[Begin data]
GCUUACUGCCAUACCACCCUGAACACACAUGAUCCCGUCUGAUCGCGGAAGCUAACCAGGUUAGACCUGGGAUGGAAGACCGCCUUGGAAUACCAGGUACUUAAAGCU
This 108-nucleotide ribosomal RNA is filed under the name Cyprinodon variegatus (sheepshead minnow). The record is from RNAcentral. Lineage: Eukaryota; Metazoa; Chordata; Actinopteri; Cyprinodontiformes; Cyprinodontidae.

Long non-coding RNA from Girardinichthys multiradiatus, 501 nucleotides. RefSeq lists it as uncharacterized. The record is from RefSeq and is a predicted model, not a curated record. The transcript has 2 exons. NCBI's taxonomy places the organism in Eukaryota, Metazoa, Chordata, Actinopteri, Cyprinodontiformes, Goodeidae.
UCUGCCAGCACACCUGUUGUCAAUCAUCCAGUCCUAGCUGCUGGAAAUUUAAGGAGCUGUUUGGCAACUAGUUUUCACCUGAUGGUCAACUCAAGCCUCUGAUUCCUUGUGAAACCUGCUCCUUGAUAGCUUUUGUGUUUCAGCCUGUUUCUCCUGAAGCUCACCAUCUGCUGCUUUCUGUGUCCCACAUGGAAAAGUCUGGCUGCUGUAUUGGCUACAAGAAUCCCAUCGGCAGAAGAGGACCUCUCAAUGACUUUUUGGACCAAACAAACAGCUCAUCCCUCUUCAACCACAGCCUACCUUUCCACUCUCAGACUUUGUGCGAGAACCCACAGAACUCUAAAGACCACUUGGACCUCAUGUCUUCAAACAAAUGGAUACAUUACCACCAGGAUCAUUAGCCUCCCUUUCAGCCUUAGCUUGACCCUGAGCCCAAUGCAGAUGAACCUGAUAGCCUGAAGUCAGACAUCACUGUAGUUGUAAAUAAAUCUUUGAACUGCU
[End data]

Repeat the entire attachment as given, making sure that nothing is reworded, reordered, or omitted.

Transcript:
GCUUACUGCCAUACCACCCUGAACACACAUGAUCCCGUCUGAUCGCGGAAGCUAACCAGGUUAGACCUGGGAUGGAAGACCGCCUUGGAAUACCAGGUACUUAAAGCU
This 108-nucleotide ribosomal RNA is filed under the name Cyprinodon variegatus (sheepshead minnow). The record is from RNAcentral. Lineage: Eukaryota; Metazoa; Chordata; Actinopteri; Cyprinodontiformes; Cyprinodontidae.

Long non-coding RNA from Girardinichthys multiradiatus, 501 nucleotides. RefSeq lists it as uncharacterized. The record is from RefSeq and is a predicted model, not a curated record. The transcript has 2 exons. NCBI's taxonomy places the organism in Eukaryota, Metazoa, Chordata, Actinopteri, Cyprinodontiformes, Goodeidae.
UCUGCCAGCACACCUGUUGUCAAUCAUCCAGUCCUAGCUGCUGGAAAUUUAAGGAGCUGUUUGGCAACUAGUUUUCACCUGAUGGUCAACUCAAGCCUCUGAUUCCUUGUGAAACCUGCUCCUUGAUAGCUUUUGUGUUUCAGCCUGUUUCUCCUGAAGCUCACCAUCUGCUGCUUUCUGUGUCCCACAUGGAAAAGUCUGGCUGCUGUAUUGGCUACAAGAAUCCCAUCGGCAGAAGAGGACCUCUCAAUGACUUUUUGGACCAAACAAACAGCUCAUCCCUCUUCAACCACAGCCUACCUUUCCACUCUCAGACUUUGUGCGAGAACCCACAGAACUCUAAAGACCACUUGGACCUCAUGUCUUCAAACAAAUGGAUACAUUACCACCAGGAUCAUUAGCCUCCCUUUCAGCCUUAGCUUGACCCUGAGCCCAAUGCAGAUGAACCUGAUAGCCUGAAGUCAGACAUCACUGUAGUUGUAAAUAAAUCUUUGAACUGCU